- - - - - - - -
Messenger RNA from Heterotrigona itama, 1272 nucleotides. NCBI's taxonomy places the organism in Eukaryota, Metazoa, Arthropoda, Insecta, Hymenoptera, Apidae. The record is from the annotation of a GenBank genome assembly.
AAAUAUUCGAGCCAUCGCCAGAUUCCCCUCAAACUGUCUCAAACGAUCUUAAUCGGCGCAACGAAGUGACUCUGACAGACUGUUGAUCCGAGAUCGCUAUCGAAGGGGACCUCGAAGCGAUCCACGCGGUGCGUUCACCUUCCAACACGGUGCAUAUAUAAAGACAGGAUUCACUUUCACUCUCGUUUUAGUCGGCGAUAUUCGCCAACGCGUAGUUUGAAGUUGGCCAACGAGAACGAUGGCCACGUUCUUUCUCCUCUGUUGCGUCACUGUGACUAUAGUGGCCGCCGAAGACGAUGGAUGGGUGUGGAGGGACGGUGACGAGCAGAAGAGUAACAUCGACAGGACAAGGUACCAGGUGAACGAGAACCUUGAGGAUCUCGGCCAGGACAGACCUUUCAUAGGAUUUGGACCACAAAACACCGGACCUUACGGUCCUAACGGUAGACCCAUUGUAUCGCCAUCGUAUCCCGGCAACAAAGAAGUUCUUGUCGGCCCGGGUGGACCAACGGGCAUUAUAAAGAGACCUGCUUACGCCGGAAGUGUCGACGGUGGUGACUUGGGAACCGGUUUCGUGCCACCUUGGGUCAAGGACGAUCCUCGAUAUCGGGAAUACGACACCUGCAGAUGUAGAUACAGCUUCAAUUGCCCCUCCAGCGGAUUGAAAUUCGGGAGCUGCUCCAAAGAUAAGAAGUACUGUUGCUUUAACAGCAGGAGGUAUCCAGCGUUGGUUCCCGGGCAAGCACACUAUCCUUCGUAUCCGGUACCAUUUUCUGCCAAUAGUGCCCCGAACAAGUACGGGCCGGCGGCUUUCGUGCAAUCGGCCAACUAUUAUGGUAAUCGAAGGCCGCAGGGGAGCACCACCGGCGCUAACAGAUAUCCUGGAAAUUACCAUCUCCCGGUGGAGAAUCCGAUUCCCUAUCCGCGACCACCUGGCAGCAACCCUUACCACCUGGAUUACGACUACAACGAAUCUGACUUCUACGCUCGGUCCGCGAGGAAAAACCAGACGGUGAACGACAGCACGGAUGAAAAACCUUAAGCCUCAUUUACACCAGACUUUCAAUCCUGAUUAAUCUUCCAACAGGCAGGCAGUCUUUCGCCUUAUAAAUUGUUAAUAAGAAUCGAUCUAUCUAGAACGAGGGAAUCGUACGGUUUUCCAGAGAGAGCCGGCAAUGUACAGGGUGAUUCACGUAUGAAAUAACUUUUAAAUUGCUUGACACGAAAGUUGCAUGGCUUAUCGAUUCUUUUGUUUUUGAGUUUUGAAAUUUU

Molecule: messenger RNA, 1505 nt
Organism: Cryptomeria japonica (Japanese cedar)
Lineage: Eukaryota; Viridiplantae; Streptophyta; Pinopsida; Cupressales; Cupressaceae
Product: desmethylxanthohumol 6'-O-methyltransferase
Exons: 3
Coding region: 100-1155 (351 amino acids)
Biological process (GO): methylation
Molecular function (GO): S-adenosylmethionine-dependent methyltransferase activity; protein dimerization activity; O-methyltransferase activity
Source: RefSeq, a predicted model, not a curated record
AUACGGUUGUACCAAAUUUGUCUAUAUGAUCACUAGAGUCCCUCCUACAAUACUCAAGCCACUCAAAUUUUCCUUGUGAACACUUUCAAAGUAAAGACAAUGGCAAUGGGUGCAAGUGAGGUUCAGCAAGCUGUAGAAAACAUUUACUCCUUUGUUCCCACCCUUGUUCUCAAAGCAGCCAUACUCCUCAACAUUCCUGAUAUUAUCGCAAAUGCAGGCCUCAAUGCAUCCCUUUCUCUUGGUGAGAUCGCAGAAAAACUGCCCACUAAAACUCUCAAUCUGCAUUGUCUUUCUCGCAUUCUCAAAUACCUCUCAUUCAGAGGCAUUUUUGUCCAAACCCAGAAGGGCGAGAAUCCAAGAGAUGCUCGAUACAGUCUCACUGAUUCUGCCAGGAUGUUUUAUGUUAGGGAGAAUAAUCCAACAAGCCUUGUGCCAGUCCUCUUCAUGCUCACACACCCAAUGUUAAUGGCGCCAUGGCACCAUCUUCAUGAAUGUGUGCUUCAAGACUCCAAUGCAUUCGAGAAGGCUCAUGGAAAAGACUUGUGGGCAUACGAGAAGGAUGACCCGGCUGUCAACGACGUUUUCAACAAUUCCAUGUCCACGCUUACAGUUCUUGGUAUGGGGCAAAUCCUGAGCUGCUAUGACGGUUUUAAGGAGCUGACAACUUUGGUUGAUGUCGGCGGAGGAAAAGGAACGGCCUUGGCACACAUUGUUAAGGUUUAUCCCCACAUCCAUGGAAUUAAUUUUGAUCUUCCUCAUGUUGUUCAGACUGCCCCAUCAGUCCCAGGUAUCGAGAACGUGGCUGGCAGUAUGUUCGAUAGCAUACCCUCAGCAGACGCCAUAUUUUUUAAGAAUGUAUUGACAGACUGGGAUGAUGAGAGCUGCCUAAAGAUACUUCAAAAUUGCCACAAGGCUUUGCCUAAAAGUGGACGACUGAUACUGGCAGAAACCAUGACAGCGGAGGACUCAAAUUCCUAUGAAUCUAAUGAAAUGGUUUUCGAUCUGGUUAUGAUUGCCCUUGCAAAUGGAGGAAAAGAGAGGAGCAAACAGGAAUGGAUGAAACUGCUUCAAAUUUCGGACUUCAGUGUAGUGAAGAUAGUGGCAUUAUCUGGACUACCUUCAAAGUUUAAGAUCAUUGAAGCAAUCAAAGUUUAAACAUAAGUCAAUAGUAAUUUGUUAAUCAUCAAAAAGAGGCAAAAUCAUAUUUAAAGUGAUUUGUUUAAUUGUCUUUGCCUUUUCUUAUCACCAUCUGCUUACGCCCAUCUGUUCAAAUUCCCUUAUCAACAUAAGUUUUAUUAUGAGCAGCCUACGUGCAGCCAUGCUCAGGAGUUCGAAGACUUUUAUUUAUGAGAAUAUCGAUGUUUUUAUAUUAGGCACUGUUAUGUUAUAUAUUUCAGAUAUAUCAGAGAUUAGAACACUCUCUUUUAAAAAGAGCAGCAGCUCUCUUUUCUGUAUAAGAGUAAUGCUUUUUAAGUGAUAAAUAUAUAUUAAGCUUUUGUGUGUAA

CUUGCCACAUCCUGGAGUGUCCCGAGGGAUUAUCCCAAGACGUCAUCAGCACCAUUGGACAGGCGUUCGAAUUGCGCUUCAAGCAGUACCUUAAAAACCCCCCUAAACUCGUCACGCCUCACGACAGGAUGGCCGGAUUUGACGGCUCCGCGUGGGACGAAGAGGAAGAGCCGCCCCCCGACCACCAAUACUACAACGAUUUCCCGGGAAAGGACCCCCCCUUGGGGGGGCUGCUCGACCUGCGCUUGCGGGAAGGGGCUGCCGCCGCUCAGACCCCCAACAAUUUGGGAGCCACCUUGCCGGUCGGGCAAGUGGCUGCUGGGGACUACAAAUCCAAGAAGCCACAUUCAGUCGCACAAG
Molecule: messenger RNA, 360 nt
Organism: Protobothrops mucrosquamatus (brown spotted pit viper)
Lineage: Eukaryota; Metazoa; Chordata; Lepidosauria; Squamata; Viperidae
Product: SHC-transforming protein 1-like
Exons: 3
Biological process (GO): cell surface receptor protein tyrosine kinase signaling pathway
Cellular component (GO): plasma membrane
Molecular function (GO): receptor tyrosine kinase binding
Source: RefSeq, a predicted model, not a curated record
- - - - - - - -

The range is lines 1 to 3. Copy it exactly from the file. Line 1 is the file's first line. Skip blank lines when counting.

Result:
Messenger RNA from Heterotrigona itama, 1272 nucleotides. NCBI's taxonomy places the organism in Eukaryota, Metazoa, Arthropoda, Insecta, Hymenoptera, Apidae. The record is from the annotation of a GenBank genome assembly.
AAAUAUUCGAGCCAUCGCCAGAUUCCCCUCAAACUGUCUCAAACGAUCUUAAUCGGCGCAACGAAGUGACUCUGACAGACUGUUGAUCCGAGAUCGCUAUCGAAGGGGACCUCGAAGCGAUCCACGCGGUGCGUUCACCUUCCAACACGGUGCAUAUAUAAAGACAGGAUUCACUUUCACUCUCGUUUUAGUCGGCGAUAUUCGCCAACGCGUAGUUUGAAGUUGGCCAACGAGAACGAUGGCCACGUUCUUUCUCCUCUGUUGCGUCACUGUGACUAUAGUGGCCGCCGAAGACGAUGGAUGGGUGUGGAGGGACGGUGACGAGCAGAAGAGUAACAUCGACAGGACAAGGUACCAGGUGAACGAGAACCUUGAGGAUCUCGGCCAGGACAGACCUUUCAUAGGAUUUGGACCACAAAACACCGGACCUUACGGUCCUAACGGUAGACCCAUUGUAUCGCCAUCGUAUCCCGGCAACAAAGAAGUUCUUGUCGGCCCGGGUGGACCAACGGGCAUUAUAAAGAGACCUGCUUACGCCGGAAGUGUCGACGGUGGUGACUUGGGAACCGGUUUCGUGCCACCUUGGGUCAAGGACGAUCCUCGAUAUCGGGAAUACGACACCUGCAGAUGUAGAUACAGCUUCAAUUGCCCCUCCAGCGGAUUGAAAUUCGGGAGCUGCUCCAAAGAUAAGAAGUACUGUUGCUUUAACAGCAGGAGGUAUCCAGCGUUGGUUCCCGGGCAAGCACACUAUCCUUCGUAUCCGGUACCAUUUUCUGCCAAUAGUGCCCCGAACAAGUACGGGCCGGCGGCUUUCGUGCAAUCGGCCAACUAUUAUGGUAAUCGAAGGCCGCAGGGGAGCACCACCGGCGCUAACAGAUAUCCUGGAAAUUACCAUCUCCCGGUGGAGAAUCCGAUUCCCUAUCCGCGACCACCUGGCAGCAACCCUUACCACCUGGAUUACGACUACAACGAAUCUGACUUCUACGCUCGGUCCGCGAGGAAAAACCAGACGGUGAACGACAGCACGGAUGAAAAACCUUAAGCCUCAUUUACACCAGACUUUCAAUCCUGAUUAAUCUUCCAACAGGCAGGCAGUCUUUCGCCUUAUAAAUUGUUAAUAAGAAUCGAUCUAUCUAGAACGAGGGAAUCGUACGGUUUUCCAGAGAGAGCCGGCAAUGUACAGGGUGAUUCACGUAUGAAAUAACUUUUAAAUUGCUUGACACGAAAGUUGCAUGGCUUAUCGAUUCUUUUGUUUUUGAGUUUUGAAAUUUU

Molecule: messenger RNA, 1505 nt